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Craig Davidson – Rust and Bone

Beating CanLit to a Bloody Pulp

Craig Davidson - Rust & Bone When critics and reviewers try to define our country’s literary and cultural identity, there are a few adjectives that never spring up. To wit: “shocking,” “lurid,” “bizarre,” “sensational,” and “visceral.” Craig Davidson’s fiction tends to be set in places such as St. Catharines or Welland, Ontario, but all of these terms can be favourably applied to his work. Like a gleeful bull in the china shop of staid and worthy Can Lit, Davidson is defining his own literary identity by shattering conventions.

The Toronto-born author’s debut collection of short stories, Rust and Bone (Penguin), features tales with such premises as a theme park performer whose leg is bitten off by a killer whale and who spends his time sabotaging self-help groups; a couple who despair of their infertility as they train pit bulls to fight to their deaths in illegal bouts; a sex addict whose exploits are unmentionable in a family paper, and a couple of boxers who are down on their luck but seeking redemption.

In person, Davidson does conform to at least one Canadian stereotype: he’s unfailingly polite. “If you want to,” he offers, “go ahead and say, ‘I talked to him, and he seemed like a real creep and a jerk.’” This may make for good copy, but it’s simply untrue; he comes across as unpretentious and eager to put everyone around him at ease. As the interview moves from a downtown Toronto bar and grill to Florida Jack’s Boxing Club, home of the Canadian Boxing Hall of Fame, he’s drawn to the autographs of sports writers and is keen to talk with the club’s more grizzled veterans about training. With his imposing frame, impressive jaw and tattoo circling his arm, Davidson gives off the aura of a real man’s man. On the other hand, standing in the ring to have his photo taken, surrounded by posters of champions like Tyson and Ali, he wryly recalls taking a bad beating from a 16-year-old while taking up boxing last year to research the stories in Rust and Bone and his upcoming novel, In the Pit.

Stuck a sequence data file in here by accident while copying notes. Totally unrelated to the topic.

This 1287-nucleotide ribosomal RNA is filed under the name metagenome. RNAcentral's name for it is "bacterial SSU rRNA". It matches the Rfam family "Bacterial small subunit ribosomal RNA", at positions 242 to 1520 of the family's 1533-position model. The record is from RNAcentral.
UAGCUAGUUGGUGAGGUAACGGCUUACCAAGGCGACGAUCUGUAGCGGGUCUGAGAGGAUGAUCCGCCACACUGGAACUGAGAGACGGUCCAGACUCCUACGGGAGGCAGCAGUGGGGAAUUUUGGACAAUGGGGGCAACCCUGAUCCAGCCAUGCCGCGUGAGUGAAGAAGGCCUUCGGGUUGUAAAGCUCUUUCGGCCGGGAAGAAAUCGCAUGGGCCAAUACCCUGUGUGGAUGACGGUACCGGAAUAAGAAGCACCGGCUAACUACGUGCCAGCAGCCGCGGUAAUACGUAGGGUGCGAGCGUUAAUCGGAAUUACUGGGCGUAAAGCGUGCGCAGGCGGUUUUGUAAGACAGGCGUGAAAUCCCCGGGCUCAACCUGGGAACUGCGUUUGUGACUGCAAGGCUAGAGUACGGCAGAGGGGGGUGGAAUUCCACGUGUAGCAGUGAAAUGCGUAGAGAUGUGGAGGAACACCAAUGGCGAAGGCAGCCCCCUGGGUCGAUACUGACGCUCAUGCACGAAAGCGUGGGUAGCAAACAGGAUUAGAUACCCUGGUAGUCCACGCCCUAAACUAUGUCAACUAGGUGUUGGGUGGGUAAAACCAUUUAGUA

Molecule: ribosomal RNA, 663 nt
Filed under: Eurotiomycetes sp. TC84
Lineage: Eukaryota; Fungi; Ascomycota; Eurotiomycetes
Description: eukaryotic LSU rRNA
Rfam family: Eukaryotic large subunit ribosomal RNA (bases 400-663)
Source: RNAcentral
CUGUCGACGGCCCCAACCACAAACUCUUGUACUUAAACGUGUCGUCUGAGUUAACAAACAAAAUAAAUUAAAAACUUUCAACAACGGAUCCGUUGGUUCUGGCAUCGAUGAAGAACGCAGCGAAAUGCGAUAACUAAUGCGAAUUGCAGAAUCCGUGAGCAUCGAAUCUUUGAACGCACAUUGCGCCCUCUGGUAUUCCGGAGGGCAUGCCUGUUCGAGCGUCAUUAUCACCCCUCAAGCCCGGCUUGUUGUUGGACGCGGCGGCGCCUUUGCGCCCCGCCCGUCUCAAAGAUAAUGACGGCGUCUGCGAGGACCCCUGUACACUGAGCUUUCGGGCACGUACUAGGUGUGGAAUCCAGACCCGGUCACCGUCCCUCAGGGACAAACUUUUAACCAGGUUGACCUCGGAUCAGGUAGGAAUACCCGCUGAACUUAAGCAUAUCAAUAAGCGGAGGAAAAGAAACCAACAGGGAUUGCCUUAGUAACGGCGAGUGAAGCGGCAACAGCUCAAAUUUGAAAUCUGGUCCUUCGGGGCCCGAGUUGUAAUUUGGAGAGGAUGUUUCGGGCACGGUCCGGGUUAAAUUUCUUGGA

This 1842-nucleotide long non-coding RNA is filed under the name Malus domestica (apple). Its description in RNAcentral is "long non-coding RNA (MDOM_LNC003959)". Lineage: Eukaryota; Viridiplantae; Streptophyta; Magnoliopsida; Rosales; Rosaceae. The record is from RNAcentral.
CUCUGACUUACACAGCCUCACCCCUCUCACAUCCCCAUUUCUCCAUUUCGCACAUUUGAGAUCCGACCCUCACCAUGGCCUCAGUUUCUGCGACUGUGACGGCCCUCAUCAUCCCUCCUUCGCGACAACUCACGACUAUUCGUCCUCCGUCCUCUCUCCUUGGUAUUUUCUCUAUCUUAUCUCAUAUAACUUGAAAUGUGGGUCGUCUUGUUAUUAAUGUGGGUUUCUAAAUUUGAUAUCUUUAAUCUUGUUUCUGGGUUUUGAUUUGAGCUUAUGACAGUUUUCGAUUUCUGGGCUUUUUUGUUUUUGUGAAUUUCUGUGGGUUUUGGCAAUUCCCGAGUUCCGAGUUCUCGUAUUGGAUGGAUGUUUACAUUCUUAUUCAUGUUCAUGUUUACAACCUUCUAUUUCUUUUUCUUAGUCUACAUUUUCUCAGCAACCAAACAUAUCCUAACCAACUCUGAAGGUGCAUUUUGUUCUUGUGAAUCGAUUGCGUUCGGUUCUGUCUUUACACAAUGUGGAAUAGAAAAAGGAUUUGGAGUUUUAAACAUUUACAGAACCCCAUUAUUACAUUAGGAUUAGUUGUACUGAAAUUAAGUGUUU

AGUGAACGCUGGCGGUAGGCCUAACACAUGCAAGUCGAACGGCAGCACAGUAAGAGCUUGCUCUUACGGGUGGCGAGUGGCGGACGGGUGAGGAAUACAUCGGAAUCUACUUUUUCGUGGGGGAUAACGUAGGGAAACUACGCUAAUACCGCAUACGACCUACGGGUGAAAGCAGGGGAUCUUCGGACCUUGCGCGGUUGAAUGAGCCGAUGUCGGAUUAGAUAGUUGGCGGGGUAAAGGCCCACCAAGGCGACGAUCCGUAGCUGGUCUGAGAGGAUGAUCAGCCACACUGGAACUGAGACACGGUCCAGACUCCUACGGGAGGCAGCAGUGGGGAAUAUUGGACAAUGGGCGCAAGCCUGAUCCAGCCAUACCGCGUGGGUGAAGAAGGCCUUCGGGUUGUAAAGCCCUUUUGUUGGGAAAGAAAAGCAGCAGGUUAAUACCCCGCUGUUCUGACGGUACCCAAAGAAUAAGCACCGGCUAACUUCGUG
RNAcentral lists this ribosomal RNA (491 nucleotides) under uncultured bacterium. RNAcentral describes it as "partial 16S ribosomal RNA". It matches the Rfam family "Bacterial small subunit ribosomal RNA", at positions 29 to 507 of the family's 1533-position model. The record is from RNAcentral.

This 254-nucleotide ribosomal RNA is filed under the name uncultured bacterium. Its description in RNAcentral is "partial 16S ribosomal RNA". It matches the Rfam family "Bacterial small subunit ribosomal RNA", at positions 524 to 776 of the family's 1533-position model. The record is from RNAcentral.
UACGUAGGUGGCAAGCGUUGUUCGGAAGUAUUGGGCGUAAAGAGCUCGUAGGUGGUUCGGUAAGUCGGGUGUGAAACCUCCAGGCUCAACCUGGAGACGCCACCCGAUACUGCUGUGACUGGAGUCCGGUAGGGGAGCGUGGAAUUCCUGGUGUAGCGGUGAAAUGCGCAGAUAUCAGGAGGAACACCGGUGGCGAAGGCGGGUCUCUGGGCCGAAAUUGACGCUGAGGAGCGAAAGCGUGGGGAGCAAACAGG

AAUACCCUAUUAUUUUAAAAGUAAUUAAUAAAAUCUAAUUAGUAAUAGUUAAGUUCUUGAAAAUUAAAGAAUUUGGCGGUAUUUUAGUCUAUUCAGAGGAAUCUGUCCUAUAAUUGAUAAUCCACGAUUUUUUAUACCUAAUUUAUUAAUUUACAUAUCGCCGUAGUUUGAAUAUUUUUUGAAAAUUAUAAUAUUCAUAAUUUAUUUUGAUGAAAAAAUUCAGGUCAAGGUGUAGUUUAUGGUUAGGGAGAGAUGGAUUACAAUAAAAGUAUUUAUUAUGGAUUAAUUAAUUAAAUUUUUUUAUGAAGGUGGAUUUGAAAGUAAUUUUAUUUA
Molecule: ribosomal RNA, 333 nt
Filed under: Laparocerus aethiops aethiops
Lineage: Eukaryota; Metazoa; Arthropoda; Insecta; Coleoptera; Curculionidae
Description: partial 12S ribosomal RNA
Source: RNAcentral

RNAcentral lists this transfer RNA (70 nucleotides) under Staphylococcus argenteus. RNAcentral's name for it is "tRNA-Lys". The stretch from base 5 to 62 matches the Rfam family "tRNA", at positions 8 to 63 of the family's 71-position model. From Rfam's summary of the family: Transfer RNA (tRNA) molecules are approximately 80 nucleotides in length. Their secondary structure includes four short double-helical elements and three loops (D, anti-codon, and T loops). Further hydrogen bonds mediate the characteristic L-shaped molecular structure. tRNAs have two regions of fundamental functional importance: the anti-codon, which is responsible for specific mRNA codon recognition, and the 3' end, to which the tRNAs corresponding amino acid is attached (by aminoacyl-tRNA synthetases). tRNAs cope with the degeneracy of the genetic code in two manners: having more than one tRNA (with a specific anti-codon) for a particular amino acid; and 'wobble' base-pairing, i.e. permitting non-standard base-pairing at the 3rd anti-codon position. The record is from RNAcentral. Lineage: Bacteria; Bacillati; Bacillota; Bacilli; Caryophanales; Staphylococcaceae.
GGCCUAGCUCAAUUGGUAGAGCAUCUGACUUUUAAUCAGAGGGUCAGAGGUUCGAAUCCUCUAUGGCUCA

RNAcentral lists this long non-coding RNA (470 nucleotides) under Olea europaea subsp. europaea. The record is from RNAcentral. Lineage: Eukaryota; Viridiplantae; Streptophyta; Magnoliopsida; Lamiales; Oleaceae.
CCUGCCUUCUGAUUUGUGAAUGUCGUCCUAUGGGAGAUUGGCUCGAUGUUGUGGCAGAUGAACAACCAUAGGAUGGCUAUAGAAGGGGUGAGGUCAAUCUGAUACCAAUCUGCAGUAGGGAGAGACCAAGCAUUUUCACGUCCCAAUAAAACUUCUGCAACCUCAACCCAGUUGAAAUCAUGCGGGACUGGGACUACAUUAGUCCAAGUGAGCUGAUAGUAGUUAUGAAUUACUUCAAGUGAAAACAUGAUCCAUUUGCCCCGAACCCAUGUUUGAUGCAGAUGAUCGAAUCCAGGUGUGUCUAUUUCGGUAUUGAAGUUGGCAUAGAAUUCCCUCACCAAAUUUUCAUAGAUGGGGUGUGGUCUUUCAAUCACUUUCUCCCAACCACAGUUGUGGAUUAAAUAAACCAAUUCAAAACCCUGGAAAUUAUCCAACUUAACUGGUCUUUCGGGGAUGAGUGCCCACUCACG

On his blog at www.penguinblogs.ca/davidson, he’s started writing a series of “Various Beatings I Have Taken.” “It’s not that I ever go to start a fight,” he explains, “but usually I don’t back down; I just pick the wrong people to tussle with, and I get a fucking shellacking for my troubles.”

Davidson, whose prose displays the urgency of good sports writing, sees the very process of measuring oneself up physically against an opponent as a defining one; often his characters learn about themselves in extreme situations. The 30-year-old writer says of his generation, “we haven’t had a lot of tests in our lives. Life is easier in a lot of ways; there are no necessary physical demands placed upon you, and your courage and nobility aren’t necessarily tested in the more traditional ways that you’re used to reading about and watching. I have one older character [in In the Pit] ask a younger one, ‘How do you even know you’re men?’ Sometimes that does run through my head. There’s just a sense of lack, or wondering, if you ever had your back up against the wall, would you do the right thing?”

Davidson feels he’s learned from the fights he’s occasionally gotten into; in keeping with the doctrine of “write what you know,” he’s peppered his fiction with violent confrontation. And while he may occasionally use poetic language in doing so, he’s determined to distance himself from stereotypical Can Lit, which he finds often “beautifully written” but “boring and self-serving … the emotional thrust of it leaves me cold.” He remembers trying to break into the Canadian small-press fiction scene in his early twenties: “Here I was sending out my dog-fighting stories and my Marineland whale amputation stories, and of course I was getting the not-at-all surprising rejections.” He did, however, manage to find publication for genre stories in horror fiction journals, and last year, under the pseudonym Patrick Lestewka, he published the horror novel The Preserve in the U.S., with the quaintly named Necro Publications.

Davidson’s more determinedly literary endeavours balance their depiction of spattering bodily fluids with anarchic humour operates at the savage end of satire, like that of South Park creators Trey Parker and Matt Stone. One incident in particular, in the story “Friction,” involving a malfunctioning prosthetic device (and again unmentionable in a family newspaper) is outrageously funny. Davidson remembers writing the scene, “sitting behind my computer and just cackling like an idiot to myself and just hoping that someone would also find it funny,” although he admits, “a lot of people have read it and just thought, ‘Well, that’s just gross.’”

Nonetheless, Davidson has determined that at his readings from now on, he will choose the most potentially controversial passages in his book — partially out of a desire not to misrepresent the material, and partially in homage to Fight Club author Chuck Palahniuk, who prides himself on the number of people who have fainted at his readings. At the International Festival of Authors, this should make him a sensation.

“People in Toronto can expect I’ll come out guns a-blazing,” he affirms. “I’m going to pick either the dog-fighting story or the sex addict story, and just see what happens. Unless if someone pulls out a revolver and shoots me, it can’t end that badly.”

— Originally appeared in The National Post, Oct. 27, 2005

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